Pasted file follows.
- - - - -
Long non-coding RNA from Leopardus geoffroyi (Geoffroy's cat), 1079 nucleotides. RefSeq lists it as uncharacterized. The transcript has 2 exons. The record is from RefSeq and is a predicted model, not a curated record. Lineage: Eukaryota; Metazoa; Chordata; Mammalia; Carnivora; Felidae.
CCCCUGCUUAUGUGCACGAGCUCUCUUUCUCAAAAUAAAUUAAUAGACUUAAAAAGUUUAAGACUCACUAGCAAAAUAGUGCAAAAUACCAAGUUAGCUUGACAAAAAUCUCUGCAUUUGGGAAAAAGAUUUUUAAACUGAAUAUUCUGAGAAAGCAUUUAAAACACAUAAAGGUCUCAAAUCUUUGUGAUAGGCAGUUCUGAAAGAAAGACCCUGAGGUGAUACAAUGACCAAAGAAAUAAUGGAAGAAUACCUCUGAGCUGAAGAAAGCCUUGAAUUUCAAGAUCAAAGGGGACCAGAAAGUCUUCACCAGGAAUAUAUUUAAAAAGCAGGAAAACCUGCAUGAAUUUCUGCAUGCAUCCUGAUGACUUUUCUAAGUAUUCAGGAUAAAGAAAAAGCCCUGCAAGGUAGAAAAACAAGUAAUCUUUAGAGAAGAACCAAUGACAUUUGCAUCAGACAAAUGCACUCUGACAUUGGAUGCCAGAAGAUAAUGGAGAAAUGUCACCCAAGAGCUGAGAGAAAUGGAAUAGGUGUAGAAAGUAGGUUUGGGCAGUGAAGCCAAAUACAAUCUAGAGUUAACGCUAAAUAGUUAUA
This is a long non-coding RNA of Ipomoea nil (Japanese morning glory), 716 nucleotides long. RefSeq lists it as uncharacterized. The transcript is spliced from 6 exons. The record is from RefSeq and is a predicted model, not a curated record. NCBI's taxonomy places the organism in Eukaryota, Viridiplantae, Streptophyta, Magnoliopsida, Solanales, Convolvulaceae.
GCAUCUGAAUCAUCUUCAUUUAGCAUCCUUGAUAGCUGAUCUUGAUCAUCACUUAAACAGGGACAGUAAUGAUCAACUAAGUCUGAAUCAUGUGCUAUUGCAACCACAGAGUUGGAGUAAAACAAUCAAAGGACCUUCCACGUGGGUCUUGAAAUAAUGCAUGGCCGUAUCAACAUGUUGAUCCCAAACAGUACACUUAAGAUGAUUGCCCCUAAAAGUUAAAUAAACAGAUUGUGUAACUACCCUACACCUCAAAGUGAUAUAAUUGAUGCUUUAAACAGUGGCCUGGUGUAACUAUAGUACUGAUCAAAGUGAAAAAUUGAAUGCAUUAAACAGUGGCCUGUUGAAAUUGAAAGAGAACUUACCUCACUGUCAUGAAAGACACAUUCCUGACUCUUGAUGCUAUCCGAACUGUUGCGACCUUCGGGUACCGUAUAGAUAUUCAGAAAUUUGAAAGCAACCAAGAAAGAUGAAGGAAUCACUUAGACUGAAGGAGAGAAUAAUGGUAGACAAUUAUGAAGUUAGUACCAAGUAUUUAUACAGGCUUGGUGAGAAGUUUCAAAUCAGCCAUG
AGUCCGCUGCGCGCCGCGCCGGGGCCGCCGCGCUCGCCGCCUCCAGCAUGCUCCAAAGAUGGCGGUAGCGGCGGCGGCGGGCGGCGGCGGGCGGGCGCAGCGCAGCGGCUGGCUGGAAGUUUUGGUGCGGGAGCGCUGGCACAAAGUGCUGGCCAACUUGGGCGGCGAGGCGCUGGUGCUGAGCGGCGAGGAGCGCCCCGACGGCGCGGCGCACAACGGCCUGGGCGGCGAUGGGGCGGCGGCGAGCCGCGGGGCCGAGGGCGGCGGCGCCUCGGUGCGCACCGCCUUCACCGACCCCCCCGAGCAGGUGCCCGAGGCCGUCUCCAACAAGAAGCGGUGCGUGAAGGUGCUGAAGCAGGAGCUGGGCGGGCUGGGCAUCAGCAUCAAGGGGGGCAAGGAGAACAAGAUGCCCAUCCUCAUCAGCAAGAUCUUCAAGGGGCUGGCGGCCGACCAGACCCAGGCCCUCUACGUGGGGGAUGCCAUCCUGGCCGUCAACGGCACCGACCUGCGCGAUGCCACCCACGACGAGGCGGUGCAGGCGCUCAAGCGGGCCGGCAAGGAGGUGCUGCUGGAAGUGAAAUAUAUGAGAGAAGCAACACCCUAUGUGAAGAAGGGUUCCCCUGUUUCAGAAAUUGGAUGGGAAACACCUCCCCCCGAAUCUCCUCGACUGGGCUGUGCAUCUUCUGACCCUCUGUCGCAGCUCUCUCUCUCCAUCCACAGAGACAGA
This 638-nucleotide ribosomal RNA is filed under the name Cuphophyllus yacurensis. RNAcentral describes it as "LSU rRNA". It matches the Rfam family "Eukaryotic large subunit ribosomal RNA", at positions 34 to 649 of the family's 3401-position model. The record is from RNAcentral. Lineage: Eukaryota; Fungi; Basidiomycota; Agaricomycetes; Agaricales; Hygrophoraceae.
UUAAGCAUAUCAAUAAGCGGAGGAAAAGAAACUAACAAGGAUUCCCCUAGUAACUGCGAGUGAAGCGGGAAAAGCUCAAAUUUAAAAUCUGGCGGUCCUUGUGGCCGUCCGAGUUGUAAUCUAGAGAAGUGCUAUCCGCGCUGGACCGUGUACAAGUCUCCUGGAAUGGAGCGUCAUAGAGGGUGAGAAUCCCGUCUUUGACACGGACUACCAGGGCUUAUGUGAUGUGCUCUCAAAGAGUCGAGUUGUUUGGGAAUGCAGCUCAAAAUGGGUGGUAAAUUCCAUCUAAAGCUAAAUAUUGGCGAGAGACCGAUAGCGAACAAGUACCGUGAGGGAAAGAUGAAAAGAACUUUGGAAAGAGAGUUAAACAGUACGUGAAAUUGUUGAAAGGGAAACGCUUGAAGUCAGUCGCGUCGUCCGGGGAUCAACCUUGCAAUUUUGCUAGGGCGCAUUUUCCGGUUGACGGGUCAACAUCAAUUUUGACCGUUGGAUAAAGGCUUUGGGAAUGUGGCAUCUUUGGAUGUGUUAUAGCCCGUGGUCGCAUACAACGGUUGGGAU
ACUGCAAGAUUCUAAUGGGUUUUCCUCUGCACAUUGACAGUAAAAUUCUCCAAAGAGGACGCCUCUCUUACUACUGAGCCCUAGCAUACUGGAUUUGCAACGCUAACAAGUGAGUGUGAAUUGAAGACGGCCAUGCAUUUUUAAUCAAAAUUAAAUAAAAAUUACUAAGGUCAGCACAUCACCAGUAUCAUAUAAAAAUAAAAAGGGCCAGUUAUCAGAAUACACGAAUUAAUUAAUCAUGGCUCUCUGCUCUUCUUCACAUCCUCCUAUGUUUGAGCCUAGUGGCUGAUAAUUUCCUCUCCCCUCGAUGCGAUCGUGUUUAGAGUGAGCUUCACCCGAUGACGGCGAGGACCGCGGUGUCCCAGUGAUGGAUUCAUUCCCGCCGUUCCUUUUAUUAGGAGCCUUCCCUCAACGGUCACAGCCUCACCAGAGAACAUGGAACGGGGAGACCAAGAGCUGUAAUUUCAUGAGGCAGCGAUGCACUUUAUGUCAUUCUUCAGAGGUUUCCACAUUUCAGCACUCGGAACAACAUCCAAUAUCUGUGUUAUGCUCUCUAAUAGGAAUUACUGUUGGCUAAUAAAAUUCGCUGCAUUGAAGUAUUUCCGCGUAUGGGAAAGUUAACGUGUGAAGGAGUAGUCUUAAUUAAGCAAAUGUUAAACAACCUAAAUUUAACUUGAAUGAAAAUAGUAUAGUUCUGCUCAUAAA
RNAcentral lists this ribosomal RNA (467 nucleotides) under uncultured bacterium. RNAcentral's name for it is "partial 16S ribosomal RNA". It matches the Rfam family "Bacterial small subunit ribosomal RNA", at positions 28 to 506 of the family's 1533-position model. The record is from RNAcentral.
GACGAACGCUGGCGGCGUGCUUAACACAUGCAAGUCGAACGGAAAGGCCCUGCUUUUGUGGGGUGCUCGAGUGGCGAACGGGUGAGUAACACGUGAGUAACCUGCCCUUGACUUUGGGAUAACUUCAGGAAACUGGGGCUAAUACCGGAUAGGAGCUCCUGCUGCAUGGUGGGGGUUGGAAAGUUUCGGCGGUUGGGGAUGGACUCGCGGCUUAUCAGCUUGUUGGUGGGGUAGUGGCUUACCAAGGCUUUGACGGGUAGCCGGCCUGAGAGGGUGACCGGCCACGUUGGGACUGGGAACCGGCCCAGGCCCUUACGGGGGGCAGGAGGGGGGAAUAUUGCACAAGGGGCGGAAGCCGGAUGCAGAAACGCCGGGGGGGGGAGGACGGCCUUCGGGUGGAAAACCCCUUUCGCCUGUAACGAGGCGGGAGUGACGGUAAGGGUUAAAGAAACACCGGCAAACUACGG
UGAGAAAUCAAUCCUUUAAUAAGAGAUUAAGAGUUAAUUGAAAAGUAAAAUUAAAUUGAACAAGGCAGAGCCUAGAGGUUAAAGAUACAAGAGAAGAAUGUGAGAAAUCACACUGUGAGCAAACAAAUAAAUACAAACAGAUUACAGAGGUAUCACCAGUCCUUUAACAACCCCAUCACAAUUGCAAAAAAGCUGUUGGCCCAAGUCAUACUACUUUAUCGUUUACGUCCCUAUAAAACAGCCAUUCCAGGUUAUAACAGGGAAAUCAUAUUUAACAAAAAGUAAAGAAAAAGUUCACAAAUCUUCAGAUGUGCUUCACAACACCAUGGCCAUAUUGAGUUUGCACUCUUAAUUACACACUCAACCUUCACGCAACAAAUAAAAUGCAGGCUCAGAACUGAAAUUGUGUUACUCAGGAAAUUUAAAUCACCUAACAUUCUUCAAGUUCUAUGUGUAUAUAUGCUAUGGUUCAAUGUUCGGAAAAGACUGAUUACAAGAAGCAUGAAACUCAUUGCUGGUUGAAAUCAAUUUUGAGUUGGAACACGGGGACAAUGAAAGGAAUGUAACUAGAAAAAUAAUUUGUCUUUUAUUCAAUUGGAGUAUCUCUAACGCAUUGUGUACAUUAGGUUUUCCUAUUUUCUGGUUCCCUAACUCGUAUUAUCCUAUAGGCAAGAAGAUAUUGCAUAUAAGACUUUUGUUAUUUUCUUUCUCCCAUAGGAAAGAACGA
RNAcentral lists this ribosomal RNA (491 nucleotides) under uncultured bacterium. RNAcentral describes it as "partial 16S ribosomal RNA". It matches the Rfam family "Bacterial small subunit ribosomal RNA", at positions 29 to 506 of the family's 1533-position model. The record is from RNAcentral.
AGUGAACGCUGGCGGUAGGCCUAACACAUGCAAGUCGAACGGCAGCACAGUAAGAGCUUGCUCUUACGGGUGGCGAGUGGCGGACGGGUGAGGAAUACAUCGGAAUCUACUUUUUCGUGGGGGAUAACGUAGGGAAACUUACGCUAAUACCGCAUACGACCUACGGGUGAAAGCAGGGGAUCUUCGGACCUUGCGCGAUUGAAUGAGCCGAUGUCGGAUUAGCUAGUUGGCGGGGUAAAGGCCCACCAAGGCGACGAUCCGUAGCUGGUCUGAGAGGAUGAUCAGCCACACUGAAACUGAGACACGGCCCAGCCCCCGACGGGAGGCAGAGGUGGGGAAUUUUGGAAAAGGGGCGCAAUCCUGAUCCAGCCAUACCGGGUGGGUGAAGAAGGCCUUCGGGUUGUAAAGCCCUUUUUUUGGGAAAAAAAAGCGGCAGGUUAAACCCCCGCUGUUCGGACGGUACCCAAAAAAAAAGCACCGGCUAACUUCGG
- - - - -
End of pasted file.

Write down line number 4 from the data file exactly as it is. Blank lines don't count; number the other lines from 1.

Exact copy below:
GCAUCUGAAUCAUCUUCAUUUAGCAUCCUUGAUAGCUGAUCUUGAUCAUCACUUAAACAGGGACAGUAAUGAUCAACUAAGUCUGAAUCAUGUGCUAUUGCAACCACAGAGUUGGAGUAAAACAAUCAAAGGACCUUCCACGUGGGUCUUGAAAUAAUGCAUGGCCGUAUCAACAUGUUGAUCCCAAACAGUACACUUAAGAUGAUUGCCCCUAAAAGUUAAAUAAACAGAUUGUGUAACUACCCUACACCUCAAAGUGAUAUAAUUGAUGCUUUAAACAGUGGCCUGGUGUAACUAUAGUACUGAUCAAAGUGAAAAAUUGAAUGCAUUAAACAGUGGCCUGUUGAAAUUGAAAGAGAACUUACCUCACUGUCAUGAAAGACACAUUCCUGACUCUUGAUGCUAUCCGAACUGUUGCGACCUUCGGGUACCGUAUAGAUAUUCAGAAAUUUGAAAGCAACCAAGAAAGAUGAAGGAAUCACUUAGACUGAAGGAGAGAAUAAUGGUAGACAAUUAUGAAGUUAGUACCAAGUAUUUAUACAGGCUUGGUGAGAAGUUUCAAAUCAGCCAUG